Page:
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South Africa’s birth registration system challenged over ‘unconstitutional’ requirements

South Africa’s birth registration system challenged over ‘unconstitutional’ requirements

South African human rights organization the Legal Resources Center (LRC) has initiated a legal challenge against the country’s Department of Home Affairs over the what it says are cumbersome requirements for establishing birth certificates for children born in the country.

The LRC, acting on behalf of 17 parents, last year, filed an application at the Cape Town High Court challenging the Birth and Death registration Act regulations as anti-constitutional, according to reporting by Mail & Guardian. Home Affairs is opposing the application.

For a birth certificate to be issued to a child born in South Africa, the regulations of the Birth and Death Act require a document showing proof of birth of the child (obtainable from the hospital where the child was born), submission of the child’s biometrics (palm, foot or fingerprints) and a certified copy of the parents’ identity document such as a valid visa, passport or temporary stay permit, among other requirements.

Speaking to South African broadcaster SABC recently, the LRC’s candidate attorney representing the parents in the matter, Muyenga Mugerwa-Sekawabe, explained that children end up not having birth certificates because their parents are unable to meet up with some of the requirements outlined in the Act.

Birth registration is vital in South Africa as it enables children, later on in their lives, to have access to a wide range of services such as admission into schools. Also, the national ID card can only be issued upon the presentation of a birth certificate.

“In addition to these, the parents are also obliged to submit all the requirements within a period of 30 days of the child’s birth,” said Muyenga.

This, he said, makes it difficult for many parents to comply with the demands, which means their children may not be able to obtain a birth certificate in their lifetime.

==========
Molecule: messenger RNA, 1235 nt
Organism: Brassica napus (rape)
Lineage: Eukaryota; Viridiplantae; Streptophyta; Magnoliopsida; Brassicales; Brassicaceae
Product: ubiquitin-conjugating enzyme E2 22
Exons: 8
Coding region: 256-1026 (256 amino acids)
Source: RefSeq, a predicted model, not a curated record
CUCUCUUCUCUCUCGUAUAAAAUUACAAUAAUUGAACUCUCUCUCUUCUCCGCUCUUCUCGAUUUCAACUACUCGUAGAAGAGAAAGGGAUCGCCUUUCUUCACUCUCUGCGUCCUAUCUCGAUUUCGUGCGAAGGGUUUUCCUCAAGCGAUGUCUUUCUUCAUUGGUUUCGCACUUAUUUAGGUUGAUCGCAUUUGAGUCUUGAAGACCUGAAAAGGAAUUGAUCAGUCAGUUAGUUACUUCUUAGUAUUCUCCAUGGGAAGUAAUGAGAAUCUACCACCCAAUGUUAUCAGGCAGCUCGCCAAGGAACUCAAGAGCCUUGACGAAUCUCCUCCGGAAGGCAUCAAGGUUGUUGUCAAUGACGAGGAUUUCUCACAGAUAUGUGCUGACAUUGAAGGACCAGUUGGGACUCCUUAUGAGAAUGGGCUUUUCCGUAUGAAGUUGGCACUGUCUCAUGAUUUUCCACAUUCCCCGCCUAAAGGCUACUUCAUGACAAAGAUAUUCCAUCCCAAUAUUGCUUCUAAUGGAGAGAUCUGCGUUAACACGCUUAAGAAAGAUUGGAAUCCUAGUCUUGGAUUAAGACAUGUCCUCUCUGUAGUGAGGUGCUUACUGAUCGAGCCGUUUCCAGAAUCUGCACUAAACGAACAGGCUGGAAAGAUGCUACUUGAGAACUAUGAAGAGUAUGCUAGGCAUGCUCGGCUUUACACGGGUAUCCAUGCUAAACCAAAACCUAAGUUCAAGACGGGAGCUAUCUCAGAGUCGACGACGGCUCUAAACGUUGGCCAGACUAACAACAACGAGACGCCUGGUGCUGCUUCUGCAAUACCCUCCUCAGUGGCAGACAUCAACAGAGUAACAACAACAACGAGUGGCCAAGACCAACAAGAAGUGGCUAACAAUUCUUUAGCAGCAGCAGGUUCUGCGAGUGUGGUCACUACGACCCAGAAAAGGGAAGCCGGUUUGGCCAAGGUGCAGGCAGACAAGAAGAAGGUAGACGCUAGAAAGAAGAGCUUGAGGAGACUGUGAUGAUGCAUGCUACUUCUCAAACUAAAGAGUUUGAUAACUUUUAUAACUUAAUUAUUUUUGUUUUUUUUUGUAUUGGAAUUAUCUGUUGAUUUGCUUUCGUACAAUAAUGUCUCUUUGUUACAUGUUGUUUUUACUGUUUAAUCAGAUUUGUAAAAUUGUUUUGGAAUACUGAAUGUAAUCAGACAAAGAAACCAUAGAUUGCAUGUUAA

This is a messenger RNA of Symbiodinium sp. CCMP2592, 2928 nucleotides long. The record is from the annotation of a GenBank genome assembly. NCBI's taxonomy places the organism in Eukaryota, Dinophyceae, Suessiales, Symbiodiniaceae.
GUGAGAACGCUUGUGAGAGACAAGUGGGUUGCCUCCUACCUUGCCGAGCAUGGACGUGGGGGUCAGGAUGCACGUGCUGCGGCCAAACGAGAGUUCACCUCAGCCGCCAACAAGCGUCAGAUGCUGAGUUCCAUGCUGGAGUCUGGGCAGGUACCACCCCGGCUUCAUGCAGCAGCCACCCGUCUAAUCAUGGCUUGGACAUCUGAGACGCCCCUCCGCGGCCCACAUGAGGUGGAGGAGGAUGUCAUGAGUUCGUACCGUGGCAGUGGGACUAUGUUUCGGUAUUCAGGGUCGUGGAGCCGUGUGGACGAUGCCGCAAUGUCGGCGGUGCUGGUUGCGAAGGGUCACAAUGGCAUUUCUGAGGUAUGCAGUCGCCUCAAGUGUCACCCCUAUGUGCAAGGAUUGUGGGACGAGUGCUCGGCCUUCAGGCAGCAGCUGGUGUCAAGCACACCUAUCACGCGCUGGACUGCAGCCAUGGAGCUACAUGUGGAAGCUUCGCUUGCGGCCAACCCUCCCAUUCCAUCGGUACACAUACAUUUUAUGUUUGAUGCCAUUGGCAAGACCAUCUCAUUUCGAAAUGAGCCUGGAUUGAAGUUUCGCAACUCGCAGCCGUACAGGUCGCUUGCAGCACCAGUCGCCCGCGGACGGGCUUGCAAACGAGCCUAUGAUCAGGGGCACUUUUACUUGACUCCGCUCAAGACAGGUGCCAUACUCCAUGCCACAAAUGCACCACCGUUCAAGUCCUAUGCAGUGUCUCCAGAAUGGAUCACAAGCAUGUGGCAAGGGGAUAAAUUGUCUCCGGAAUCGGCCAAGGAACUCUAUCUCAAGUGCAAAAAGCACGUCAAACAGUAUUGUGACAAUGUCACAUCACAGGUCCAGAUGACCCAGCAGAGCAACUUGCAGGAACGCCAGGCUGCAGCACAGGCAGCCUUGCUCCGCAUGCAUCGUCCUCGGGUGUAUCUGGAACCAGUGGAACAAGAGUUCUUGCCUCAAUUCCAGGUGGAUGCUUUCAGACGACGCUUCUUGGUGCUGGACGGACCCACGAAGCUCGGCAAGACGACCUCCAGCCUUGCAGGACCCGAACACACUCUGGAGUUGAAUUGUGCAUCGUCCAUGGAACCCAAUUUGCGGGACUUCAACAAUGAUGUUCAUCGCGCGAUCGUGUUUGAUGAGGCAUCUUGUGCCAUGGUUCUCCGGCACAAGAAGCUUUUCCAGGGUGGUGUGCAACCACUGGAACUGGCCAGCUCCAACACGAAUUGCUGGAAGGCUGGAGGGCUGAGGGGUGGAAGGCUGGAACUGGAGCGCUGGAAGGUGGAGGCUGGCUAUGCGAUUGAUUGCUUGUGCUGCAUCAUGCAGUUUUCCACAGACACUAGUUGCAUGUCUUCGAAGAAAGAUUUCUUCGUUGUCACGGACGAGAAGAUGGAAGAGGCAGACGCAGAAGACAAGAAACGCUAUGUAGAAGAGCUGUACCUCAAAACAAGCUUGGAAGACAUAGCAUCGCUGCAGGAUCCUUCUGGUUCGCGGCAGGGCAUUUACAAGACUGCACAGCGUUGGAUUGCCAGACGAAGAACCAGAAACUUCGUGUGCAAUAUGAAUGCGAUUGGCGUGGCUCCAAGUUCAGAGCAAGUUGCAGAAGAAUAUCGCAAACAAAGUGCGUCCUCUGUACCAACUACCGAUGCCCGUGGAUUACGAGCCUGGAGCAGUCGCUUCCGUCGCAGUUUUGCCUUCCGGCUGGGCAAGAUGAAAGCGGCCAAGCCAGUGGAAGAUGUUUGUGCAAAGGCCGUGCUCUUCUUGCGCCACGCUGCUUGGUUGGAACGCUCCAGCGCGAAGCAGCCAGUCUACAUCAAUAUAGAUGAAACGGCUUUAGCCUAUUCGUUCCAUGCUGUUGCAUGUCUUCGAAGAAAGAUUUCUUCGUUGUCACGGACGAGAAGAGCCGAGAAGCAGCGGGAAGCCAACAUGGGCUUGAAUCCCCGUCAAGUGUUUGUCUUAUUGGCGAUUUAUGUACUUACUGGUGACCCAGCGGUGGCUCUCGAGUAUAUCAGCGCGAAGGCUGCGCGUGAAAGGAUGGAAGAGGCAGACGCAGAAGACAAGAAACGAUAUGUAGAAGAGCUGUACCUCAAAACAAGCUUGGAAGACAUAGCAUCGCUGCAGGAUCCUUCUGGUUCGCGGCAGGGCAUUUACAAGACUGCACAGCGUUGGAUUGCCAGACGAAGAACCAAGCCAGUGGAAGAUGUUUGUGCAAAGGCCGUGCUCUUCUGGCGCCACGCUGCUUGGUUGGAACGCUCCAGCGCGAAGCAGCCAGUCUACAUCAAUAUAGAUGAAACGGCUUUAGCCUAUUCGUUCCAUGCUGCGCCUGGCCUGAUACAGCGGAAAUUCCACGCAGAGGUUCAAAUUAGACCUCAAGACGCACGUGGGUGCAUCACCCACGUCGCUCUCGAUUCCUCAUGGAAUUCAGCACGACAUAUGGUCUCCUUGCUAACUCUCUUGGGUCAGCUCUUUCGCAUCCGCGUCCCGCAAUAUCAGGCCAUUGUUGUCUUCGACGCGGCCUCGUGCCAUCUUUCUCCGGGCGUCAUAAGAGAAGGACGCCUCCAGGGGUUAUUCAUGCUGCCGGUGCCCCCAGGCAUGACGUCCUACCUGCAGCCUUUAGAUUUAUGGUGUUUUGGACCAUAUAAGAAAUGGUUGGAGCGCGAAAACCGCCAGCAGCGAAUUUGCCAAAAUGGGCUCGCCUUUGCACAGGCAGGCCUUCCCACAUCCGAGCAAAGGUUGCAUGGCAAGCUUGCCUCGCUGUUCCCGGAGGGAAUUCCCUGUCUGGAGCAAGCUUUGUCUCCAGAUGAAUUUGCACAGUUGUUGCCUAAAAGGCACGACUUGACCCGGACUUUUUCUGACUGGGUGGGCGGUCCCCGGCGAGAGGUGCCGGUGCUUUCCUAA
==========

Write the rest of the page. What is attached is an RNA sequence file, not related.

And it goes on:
The official added that one common case reported to their office is that of children of asylum seekers, or non-South African nationals, some of who do not have papers or have papers which have expired and cannot be renewed within 30 days.

“As such, their children’s births cannot be registered. We also have cases of children whose parents are South Africans but who abandoned them at an early age of either five, six or seven. At the later age when the children require an ID, it becomes difficult for them as they don’t have any documents to prove their parentage,” said Muyenga.

The LRC has in the past couple of years received complaints from parents who have unsuccessfully tried to establish birth certificates because of the demanding regulations.

“The 30-day deadline requirement is also one of the issues being challenged. This is a problem for people living in very remote areas of the country and those with very low income who may find it difficult traveling to the nearest home affairs offices to register their children before deadline,” the LRC Attorney told SABC.

All of these difficulties, the Attorney explained, end up creating bigger problems in the future for children who do not have birth certificates.

“Without the birth certificate, you cannot open a bank account, and having a job will be more difficult. Having access to education and healthcare will be a very challenging thing to do. So, where these unregistered children find themselves is very precarious. They may have to depend on other people, for instance, to open a bank account for them,” he added.

Early this year, South Africa’s cabinet approved a bill for an integrated digital ID system, which seeks to harmonize the country’s databases.

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